This case summary is a cautionary tale to practitioners appearing before the federal bench on franchise matters. Let me begin by saying that I empathize with plaintiff’s counsel here, because I have been on the losing end of motions — where there is no joy! This is why I have briefed this case – to give some best (I trust) practice points to attorneys so that you may avoid similar pitfalls.
First, New Jersey attorneys should understand that the federal court does not accept “notice pleading” as we understand it and were instructed. This is the reality, despite Federal Rule Civil Procedure 8(a) which states the complaint is to contain “a short and plain statement of the claim showing that the pleader is entitled to relief…,” and that “…the statement need only ‘give the defendant fair notice of what the claim is and the grounds upon which it rests.’” [Citation from opinion omitted.] Therefore, it would appear on face that the federal court accepts notice pleading. Do not be fooled. Given the result of this motion, and from personal experience, that is not always the case. (I suspect that the New York practice – not a notice pleading State – may have influenced the Court’s disposition on what is and is not “fair notice.” Also, consider that the PA Code, 3.3, requires more specific allegations than general notice pleading.)
Second, expect the defendant to file a motion to dismiss. This practice has become common over the past 20 or so years. To some extent, this motion practice has also gained favor in the practice before the New Jersey Superior Court, but with less success given this State’s notice pleading tradition (see NJ Rules of Court 4:5-2, “Claim of Relief”). Therefore, prepare your complaint thoroughly and give careful thought about how the pleading will be attacked on motion, and how you will defend the motion.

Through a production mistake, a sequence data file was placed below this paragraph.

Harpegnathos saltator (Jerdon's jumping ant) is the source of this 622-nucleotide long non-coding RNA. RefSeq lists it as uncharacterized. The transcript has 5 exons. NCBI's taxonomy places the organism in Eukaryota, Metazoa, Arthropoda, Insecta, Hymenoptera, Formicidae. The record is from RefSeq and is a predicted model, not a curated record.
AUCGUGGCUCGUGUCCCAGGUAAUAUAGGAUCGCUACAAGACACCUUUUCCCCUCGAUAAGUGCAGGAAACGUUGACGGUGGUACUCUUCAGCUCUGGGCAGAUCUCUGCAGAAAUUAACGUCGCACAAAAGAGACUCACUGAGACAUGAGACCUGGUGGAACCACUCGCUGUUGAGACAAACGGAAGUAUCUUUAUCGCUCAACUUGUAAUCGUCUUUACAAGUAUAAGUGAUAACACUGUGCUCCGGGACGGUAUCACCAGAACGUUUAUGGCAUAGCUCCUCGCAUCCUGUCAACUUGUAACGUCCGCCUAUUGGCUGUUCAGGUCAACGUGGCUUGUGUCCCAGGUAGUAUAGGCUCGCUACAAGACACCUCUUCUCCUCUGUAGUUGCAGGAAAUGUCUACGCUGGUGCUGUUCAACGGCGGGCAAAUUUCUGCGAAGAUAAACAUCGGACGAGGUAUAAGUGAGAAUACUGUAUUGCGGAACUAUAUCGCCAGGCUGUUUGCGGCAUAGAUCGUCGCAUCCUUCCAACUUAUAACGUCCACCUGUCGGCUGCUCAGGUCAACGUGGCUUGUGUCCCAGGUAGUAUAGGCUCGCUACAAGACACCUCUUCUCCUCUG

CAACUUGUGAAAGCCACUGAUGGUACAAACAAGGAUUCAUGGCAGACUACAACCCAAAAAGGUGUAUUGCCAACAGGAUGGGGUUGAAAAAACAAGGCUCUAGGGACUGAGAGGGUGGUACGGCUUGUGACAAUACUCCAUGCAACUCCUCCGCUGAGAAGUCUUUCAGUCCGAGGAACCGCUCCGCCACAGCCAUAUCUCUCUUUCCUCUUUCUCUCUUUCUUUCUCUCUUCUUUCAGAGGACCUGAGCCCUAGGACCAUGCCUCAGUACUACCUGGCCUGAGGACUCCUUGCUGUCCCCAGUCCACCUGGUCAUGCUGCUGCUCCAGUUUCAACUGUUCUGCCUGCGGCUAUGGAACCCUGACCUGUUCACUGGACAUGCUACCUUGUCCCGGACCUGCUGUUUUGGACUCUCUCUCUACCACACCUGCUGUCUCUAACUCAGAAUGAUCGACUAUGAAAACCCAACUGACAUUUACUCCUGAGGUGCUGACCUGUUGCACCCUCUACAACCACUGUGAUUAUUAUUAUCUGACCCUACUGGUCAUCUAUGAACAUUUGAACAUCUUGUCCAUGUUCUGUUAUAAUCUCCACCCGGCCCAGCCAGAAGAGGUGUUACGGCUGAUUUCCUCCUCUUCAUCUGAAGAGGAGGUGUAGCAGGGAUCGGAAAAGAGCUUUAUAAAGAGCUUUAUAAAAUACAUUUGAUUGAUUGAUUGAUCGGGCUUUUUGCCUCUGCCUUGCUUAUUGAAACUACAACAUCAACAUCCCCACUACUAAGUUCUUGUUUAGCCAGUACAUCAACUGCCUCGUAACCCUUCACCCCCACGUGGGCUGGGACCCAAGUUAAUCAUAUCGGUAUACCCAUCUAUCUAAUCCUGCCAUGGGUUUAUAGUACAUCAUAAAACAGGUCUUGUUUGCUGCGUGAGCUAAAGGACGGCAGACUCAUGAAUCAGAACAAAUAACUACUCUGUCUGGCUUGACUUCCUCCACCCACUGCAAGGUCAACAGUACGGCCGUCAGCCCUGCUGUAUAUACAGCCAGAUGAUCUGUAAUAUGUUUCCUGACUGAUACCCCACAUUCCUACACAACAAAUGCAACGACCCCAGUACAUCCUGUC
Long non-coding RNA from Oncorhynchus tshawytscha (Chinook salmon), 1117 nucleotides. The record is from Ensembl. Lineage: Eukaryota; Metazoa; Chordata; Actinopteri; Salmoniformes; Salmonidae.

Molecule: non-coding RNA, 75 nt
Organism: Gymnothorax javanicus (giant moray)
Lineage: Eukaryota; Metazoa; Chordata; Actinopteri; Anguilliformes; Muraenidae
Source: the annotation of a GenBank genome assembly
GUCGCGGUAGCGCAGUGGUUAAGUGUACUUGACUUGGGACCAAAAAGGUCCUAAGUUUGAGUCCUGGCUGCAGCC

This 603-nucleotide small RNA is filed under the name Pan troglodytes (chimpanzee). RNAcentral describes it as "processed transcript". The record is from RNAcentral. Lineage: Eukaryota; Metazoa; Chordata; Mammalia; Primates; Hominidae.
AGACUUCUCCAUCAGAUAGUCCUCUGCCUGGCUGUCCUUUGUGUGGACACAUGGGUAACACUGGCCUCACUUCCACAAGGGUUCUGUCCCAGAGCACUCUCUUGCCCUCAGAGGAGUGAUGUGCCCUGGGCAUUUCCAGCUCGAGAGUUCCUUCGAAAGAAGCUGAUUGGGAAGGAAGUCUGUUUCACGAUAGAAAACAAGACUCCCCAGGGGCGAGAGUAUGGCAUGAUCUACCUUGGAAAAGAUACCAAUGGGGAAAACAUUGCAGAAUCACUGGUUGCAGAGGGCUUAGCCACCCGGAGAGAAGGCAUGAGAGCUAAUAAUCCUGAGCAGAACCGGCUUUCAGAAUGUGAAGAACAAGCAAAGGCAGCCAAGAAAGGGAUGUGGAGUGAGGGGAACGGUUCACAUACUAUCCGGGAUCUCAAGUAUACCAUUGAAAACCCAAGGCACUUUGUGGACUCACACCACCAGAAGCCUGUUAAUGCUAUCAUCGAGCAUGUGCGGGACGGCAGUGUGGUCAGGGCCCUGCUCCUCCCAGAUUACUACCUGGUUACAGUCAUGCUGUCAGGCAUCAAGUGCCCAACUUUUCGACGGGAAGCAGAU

So, with this lengthy preamble, let’s look at the specific criticisms of the trial court concerning this complaint:
The plaintiff laid-out in a factual background section an extensive list of the alleged breaches involving two franchise agreements, which included an allegation that the Franchisee was targeted in what has been identified in at least one other 7- Eleven case as “Operation Philadelphia”(see, https://www.kilcommonslaw.com/franchise/case-study-7-eleven-sanctioned-for-discovery-violations/ ); wherein, the Franchisor was accused of attempting to drive out specific Franchisees from the Philadelphia and South Jersey markets.
Plaintiff then alleged breach of the covenant of good faith and fair dealing (Count I), breach of contract(s), and violations of the NJFPA. Practice Tip – do not lead-off with this covenant allegation, especially when you have written contracts at issue. Leading with this is a red flag to the Court, as it signals a weak pleading.
*The Court’s first criticism: the background section did “not correlate to a specific count of the complaint.” Therefore, it did not pass muster under Rule 8. Do not assume that by starting your Count with the well-worn formula, “…plaintiff repeats and re-alleges…” will suffice for repeating the factual basis for the ensuing allegations in the count. It will not.